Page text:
Swine Flu Vaccine arrives in Chattanooga

Chattanooga (UTC/ TheLoop)- The first shipments of the H1N1 vaccine for Chattanooga are here and available to the public free of charge, according to the Chattanooga Health Department.

Vaccines, the easy way.

Vaccines, the easy way.

CHD received nearly 4000 doses of the vaccine in parts and plan to receive more in coming weeks. This batch is only the first part of the vaccine administered in a nose spray. The next shipments will be in a traditional needle form. All vaccines received at a CHD clinic are free of charge as the federal government bought the entire supply.

There have been reports of confusion over the introduction of the nose spray, but CHD spokesperson Jennifer Yim says there is little to worry about with this new vaccine.

“The same manufacturing processes and licensing processes have taken place for this new vaccine as the seasonal flu vaccine year after year,” says Yim. “The only difference is that this is a new strain, had it been identified earlier, it would have gone in the seasonal vaccine.”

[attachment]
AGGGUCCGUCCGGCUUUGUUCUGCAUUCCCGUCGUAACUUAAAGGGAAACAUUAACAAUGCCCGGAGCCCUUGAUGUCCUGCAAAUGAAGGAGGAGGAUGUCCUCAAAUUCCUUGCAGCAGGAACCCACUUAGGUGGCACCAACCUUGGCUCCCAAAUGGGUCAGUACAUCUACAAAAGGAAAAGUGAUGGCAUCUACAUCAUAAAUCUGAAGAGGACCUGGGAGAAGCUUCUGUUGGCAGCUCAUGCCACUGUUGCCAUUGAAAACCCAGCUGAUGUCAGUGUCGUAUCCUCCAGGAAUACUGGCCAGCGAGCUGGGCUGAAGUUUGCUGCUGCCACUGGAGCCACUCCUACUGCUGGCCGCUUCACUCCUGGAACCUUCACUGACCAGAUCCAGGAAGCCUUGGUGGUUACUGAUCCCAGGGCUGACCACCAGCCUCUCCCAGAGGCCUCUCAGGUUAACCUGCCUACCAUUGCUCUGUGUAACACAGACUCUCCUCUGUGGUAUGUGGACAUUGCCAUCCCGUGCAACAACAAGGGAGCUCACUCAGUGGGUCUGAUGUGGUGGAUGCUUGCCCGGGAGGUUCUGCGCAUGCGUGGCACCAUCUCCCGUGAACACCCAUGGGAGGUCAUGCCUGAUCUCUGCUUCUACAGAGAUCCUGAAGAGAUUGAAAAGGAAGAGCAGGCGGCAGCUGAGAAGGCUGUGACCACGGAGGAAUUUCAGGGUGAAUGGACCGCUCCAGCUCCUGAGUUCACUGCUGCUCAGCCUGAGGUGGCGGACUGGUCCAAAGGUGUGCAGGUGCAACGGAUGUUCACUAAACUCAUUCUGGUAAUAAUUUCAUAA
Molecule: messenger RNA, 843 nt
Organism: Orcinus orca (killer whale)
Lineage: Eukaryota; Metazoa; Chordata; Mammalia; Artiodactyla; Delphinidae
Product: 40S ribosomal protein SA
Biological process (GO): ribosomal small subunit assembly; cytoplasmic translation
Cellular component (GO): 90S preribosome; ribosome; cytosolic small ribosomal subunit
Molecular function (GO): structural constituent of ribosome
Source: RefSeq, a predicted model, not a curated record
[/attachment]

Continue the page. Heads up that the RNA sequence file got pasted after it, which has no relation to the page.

The nose spray is just one form of delivering vaccine, but two doses (the recommended amount for children) can be administered in shot form, says Angela Frame, acting director of the CHD vaccination clinic. She says this is good in case someone doesn’t qualify for the nose spray such as children with asthma.

Priority groups for the vaccine have been identified and young children from six months to four years old are being singled out, but both Yim and Frame are urging anyone who qualifies to recieve the vaccine as soon as possible.

Swine Flu Cases Confirmed at UTC

UPDATED THURSDAY 5PM

CHATTANOOGA (UTC/THE LOOP) A third case of swine flu has been reported among UTC students. Watch for further details as they become available.

WEDNESDAY 3PM

CHATTANOOGA (UTC/THE LOOP)  UTC officials confirm the first cases of swine flu among students.

The two female students do not live on campus according to Vice Chancellor of University Relations Chuck Cantrell. Both live at home and commute. Both were diagnosed with swine flu by their private physicians.

Cantrell says any student with the disease should remain away from the campus until 24 hours has passed without a fever and help of any fever reducing medication. Making up missed classwork needs to be coordinated with professors.

 Check back with the Loop for more details as they become available.